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Triathlon & Elite Runners Training Recovery Made Simpler

Now is great time to sort out the niggles that plague you during or after a training session.

  • See a Physiotherapist  to get the best advice on strength and stability exercises.  Schedule regular MOT sessions, especially as you get fitter, and your training and competing intensify.
  • Engage a PT to help you create a program that takes your particular needs into consideration whilst training.
  • Think about preventing , rather than treating injuries ( as little as 5 minutes warming up can save you weeks of setback).
  • If you have knee,  feet or gait problems, see a good  podiatrist.
  • A good chiropodist  will make your feet feel like they are floating on air, and get rid of corns and calluses, if you are better balanced, you perform better.
  • If you regularly see and osteopath or chiropractor,  set up a schedule of maintenance appointments, to help you stay on top of the big challenges.
  • Do other types of exercise to strengthen your overall fitness – pilates, yoga, swimming,dance, and stretch classes are just a few of the options that will improve your core fitness.
  • See a Bodyworker or a Massage therapist  regularly- with well over a hundred different types of therapy, there is something for nearly everyone.
  • Check your shoes and kit frequently. Replace your shoes before they actually wear out- saving wear and tear on you.
  • Consider some the amazing compression gear available for athletes.  My clients have recovered quicker, used less energy, and preformed better in compression wear.
  • The time to try out new things, is not the day before or the day of the race! Try your new gear on well beforehand, so you know it’s comfortable.
  • Eat well, sleep well,  & stay well hydrated.
  • Add a cup of Epsom or Dead Sea Salts to your bath – soak 20 minutes and you will have less aches and pains – it’s the magnesium and trace minerals that make the difference!

           Cold water and ice therapy is becoming quite popular, here are some tips to get the most out of it. 

  • DO: Consider using cold therapy & compression wraps, such as Arctic Ease after your training or event.
  • DO: Consider starting a bit higher and inch this downward a degree or two each exposure.  Start with 75 – 70 & then go down a degree or two with each session,until you are comfortable with water temperature between 54 to 60 degrees Fahrenheit. If your gym or spa has different temperature plunge pools,these will be  an ideal introduction.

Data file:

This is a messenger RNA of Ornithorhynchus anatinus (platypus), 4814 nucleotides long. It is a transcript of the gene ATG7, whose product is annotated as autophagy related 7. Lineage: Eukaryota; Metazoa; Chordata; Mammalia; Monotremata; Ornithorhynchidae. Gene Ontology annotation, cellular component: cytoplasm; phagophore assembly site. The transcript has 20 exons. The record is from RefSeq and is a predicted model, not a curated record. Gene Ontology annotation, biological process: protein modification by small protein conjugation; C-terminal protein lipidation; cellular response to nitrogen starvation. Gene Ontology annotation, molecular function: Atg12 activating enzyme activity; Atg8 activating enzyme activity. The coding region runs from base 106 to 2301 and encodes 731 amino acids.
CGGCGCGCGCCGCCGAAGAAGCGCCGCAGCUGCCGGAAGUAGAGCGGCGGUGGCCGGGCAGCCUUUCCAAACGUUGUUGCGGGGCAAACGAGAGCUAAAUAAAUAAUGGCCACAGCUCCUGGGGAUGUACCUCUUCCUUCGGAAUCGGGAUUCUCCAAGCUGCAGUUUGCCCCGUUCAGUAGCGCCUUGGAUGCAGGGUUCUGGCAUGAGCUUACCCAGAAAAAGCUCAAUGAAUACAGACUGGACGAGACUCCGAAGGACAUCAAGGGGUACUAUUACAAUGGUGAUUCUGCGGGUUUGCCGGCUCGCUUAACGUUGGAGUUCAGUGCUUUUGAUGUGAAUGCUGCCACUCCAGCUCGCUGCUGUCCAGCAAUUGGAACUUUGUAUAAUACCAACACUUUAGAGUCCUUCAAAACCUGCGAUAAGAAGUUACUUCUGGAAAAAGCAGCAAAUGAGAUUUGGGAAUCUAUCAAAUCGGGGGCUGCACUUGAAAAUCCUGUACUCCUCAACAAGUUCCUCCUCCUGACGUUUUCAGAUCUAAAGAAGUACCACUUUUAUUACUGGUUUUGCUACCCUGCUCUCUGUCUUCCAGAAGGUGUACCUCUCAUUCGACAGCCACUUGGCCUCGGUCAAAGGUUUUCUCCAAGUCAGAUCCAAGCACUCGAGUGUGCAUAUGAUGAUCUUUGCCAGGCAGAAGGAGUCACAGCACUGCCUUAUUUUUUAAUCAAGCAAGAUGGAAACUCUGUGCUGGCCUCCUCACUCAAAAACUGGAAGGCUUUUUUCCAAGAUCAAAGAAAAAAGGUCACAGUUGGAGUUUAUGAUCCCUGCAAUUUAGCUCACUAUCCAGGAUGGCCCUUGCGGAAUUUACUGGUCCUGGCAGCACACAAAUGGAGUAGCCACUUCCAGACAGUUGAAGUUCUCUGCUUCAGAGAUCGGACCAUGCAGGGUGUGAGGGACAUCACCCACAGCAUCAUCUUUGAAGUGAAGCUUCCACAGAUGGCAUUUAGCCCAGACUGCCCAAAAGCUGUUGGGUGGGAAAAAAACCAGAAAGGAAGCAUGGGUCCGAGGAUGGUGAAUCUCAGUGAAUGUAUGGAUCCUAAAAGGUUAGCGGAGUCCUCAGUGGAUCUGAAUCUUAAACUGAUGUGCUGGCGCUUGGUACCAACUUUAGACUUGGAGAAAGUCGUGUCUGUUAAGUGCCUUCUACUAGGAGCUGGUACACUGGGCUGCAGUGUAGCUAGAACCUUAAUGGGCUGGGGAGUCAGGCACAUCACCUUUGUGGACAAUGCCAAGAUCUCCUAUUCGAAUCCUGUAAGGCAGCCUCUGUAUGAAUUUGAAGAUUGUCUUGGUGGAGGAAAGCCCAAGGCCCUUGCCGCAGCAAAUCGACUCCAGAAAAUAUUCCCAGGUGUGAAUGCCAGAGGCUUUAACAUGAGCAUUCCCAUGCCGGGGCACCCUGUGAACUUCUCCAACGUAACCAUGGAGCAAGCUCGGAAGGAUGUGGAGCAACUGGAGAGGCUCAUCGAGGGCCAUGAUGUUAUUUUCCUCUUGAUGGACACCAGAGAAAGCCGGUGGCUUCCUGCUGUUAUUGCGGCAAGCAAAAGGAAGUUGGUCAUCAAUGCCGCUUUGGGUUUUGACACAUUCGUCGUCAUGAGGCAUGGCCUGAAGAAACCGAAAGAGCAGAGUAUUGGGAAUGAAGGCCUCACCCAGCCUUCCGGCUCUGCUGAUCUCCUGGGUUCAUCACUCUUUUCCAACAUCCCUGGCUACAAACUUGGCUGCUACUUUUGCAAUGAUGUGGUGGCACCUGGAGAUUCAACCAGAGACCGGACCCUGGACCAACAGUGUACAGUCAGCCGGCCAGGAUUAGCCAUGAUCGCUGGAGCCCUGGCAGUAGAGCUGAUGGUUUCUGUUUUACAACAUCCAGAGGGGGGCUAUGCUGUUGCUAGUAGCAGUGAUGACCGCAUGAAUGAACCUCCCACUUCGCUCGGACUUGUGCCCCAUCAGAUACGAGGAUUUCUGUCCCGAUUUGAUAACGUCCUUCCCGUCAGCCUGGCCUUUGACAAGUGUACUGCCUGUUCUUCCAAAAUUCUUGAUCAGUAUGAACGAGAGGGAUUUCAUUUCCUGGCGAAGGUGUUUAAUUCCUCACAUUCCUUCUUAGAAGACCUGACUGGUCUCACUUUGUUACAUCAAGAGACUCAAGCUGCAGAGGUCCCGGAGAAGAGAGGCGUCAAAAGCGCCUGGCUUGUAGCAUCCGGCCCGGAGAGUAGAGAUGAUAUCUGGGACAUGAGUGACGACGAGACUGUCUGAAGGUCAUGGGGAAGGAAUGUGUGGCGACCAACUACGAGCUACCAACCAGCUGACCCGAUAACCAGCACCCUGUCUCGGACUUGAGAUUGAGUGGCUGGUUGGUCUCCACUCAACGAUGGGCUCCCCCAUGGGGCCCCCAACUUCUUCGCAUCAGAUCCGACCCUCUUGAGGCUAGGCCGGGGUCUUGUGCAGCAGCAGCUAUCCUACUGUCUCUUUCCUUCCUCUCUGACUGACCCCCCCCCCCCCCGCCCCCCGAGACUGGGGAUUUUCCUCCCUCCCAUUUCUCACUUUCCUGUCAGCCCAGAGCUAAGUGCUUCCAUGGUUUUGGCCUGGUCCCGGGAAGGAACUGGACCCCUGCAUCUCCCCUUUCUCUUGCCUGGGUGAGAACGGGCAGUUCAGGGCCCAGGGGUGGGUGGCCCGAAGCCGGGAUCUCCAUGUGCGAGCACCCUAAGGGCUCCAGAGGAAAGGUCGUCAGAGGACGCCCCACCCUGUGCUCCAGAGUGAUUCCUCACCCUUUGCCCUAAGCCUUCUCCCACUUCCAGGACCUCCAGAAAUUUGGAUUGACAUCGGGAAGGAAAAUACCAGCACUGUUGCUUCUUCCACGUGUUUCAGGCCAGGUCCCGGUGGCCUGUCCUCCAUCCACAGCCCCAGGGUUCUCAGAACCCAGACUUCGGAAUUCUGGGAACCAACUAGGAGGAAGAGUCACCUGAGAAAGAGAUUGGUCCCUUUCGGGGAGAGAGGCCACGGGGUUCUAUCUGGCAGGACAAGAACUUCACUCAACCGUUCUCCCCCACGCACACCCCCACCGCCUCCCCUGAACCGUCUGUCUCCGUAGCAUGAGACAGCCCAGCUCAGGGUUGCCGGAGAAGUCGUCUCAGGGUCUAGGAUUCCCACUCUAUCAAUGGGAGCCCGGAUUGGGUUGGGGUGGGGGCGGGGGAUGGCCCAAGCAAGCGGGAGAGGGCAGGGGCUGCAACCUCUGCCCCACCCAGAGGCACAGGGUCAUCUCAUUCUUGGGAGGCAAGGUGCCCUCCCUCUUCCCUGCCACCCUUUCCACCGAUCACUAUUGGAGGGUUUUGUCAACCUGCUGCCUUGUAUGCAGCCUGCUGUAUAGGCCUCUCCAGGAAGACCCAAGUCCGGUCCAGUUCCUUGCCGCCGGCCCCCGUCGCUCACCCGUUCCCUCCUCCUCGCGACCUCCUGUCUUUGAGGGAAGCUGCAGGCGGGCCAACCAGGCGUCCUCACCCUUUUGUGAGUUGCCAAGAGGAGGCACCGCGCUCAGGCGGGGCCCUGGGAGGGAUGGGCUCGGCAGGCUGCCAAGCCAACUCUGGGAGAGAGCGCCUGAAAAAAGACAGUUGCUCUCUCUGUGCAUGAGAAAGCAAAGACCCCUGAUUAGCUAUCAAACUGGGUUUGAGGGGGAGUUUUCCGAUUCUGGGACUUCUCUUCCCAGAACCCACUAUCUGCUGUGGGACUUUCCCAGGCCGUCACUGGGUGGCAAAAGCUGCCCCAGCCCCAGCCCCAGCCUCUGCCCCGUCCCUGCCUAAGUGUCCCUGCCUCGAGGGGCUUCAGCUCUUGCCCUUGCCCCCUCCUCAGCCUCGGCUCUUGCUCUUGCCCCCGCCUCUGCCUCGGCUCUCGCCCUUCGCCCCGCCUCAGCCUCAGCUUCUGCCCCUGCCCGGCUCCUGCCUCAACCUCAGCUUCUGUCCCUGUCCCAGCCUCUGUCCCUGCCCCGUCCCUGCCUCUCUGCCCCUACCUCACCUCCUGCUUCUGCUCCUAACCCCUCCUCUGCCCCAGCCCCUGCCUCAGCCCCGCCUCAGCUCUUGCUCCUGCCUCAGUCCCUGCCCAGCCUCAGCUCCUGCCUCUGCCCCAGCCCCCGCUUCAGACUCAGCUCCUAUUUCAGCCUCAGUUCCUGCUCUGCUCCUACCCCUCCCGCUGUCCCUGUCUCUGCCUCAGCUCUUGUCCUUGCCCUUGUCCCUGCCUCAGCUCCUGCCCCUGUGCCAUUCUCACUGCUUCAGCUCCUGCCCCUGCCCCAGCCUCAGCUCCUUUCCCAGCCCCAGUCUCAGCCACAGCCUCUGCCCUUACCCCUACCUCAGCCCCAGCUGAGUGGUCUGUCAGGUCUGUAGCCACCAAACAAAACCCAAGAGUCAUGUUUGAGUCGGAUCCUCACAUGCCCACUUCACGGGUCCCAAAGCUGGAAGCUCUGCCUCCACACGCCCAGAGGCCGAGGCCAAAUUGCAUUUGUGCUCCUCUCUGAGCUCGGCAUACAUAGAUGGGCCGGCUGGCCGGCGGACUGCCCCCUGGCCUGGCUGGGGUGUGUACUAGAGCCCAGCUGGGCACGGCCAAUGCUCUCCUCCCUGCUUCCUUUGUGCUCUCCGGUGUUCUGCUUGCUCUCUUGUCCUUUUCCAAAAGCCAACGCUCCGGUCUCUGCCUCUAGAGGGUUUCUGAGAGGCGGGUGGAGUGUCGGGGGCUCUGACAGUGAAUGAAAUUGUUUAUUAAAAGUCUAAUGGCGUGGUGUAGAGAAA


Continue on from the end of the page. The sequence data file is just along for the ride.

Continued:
• DO: Recognize that you will have your own cold threshold. If you are doing open water swimming, you may already have booties (toe warmers made of wetsuit material) these will keep you happier, as your toes are likely the most sensitive body part to be submerged.
  • DON’T: Overexpose! At the recommended temperature range above, 6 to 8 minutes is generally long enough. Unless you are under supervision, or you have history with ice baths, NEVER exceed 10 minutes. And never exceed 10 min with ice water higher than your abdomen.
  • DON’T: Colder is not  better!  A  prolonged period of time in water colder than 54 degrees could be dangerous.
  • DON’T: Women on their periods should not immerse the lower abdomen.
  • DO: Moving water is colder water. Similar to the wind chill created when you ride, if there are jets in your ice bath and the water that is warmed at the skin’s surface gets pushed away, the resulting impact of the water will be cooler than measured by the thermometer. Reduce your exposure time – get out sooner.
  • DON’T: Automatically assume you need to be in  54 to 60 degrees for it to work.  Cool water (say, 60 to 75 degrees) can still be beneficial—as can very light active exercise to facilitate blood flow.
  • DO:  Take your time afterwards, as the residual cooling effect and gradual warming are ideal. Try not to rush into a hot shower, try a warm drink instead.  Consider initial warming options of a sweatshirt, blanket and/or warm drink.
  • DO:  Take a hot bath or  shower if you can’t seem to  warm yourself.

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